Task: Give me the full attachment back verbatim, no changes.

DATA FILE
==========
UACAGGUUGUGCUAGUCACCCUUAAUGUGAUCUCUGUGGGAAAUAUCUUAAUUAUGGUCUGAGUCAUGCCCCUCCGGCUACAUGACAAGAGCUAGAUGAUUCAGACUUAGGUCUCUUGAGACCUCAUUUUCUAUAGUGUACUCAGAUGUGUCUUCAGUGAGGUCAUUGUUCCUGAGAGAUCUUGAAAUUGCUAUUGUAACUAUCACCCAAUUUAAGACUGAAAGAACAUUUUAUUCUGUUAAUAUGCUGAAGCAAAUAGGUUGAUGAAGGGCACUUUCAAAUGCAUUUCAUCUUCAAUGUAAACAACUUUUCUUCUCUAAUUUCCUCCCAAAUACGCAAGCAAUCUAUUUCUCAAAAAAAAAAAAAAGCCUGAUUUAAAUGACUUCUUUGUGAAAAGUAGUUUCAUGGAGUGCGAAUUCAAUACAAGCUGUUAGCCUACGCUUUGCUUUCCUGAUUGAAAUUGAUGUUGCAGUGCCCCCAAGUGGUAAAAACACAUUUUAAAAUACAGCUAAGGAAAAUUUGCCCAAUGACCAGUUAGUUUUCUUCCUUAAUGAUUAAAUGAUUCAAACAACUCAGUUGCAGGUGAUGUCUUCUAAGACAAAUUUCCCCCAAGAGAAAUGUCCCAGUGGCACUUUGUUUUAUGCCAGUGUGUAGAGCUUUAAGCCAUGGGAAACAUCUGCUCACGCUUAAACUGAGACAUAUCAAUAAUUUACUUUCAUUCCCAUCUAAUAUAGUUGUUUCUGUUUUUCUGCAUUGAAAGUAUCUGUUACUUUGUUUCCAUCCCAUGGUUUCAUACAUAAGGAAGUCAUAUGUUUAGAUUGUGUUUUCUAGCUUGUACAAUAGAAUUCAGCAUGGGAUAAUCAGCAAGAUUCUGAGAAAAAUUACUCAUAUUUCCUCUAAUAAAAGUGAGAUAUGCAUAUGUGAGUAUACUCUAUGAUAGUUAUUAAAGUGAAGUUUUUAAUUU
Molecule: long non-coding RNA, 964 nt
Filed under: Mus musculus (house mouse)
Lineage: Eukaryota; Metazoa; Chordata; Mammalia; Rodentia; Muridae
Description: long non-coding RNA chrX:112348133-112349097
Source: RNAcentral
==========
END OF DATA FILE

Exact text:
UACAGGUUGUGCUAGUCACCCUUAAUGUGAUCUCUGUGGGAAAUAUCUUAAUUAUGGUCUGAGUCAUGCCCCUCCGGCUACAUGACAAGAGCUAGAUGAUUCAGACUUAGGUCUCUUGAGACCUCAUUUUCUAUAGUGUACUCAGAUGUGUCUUCAGUGAGGUCAUUGUUCCUGAGAGAUCUUGAAAUUGCUAUUGUAACUAUCACCCAAUUUAAGACUGAAAGAACAUUUUAUUCUGUUAAUAUGCUGAAGCAAAUAGGUUGAUGAAGGGCACUUUCAAAUGCAUUUCAUCUUCAAUGUAAACAACUUUUCUUCUCUAAUUUCCUCCCAAAUACGCAAGCAAUCUAUUUCUCAAAAAAAAAAAAAAGCCUGAUUUAAAUGACUUCUUUGUGAAAAGUAGUUUCAUGGAGUGCGAAUUCAAUACAAGCUGUUAGCCUACGCUUUGCUUUCCUGAUUGAAAUUGAUGUUGCAGUGCCCCCAAGUGGUAAAAACACAUUUUAAAAUACAGCUAAGGAAAAUUUGCCCAAUGACCAGUUAGUUUUCUUCCUUAAUGAUUAAAUGAUUCAAACAACUCAGUUGCAGGUGAUGUCUUCUAAGACAAAUUUCCCCCAAGAGAAAUGUCCCAGUGGCACUUUGUUUUAUGCCAGUGUGUAGAGCUUUAAGCCAUGGGAAACAUCUGCUCACGCUUAAACUGAGACAUAUCAAUAAUUUACUUUCAUUCCCAUCUAAUAUAGUUGUUUCUGUUUUUCUGCAUUGAAAGUAUCUGUUACUUUGUUUCCAUCCCAUGGUUUCAUACAUAAGGAAGUCAUAUGUUUAGAUUGUGUUUUCUAGCUUGUACAAUAGAAUUCAGCAUGGGAUAAUCAGCAAGAUUCUGAGAAAAAUUACUCAUAUUUCCUCUAAUAAAAGUGAGAUAUGCAUAUGUGAGUAUACUCUAUGAUAGUUAUUAAAGUGAAGUUUUUAAUUU
Molecule: long non-coding RNA, 964 nt
Filed under: Mus musculus (house mouse)
Lineage: Eukaryota; Metazoa; Chordata; Mammalia; Rodentia; Muridae
Description: long non-coding RNA chrX:112348133-112349097
Source: RNAcentral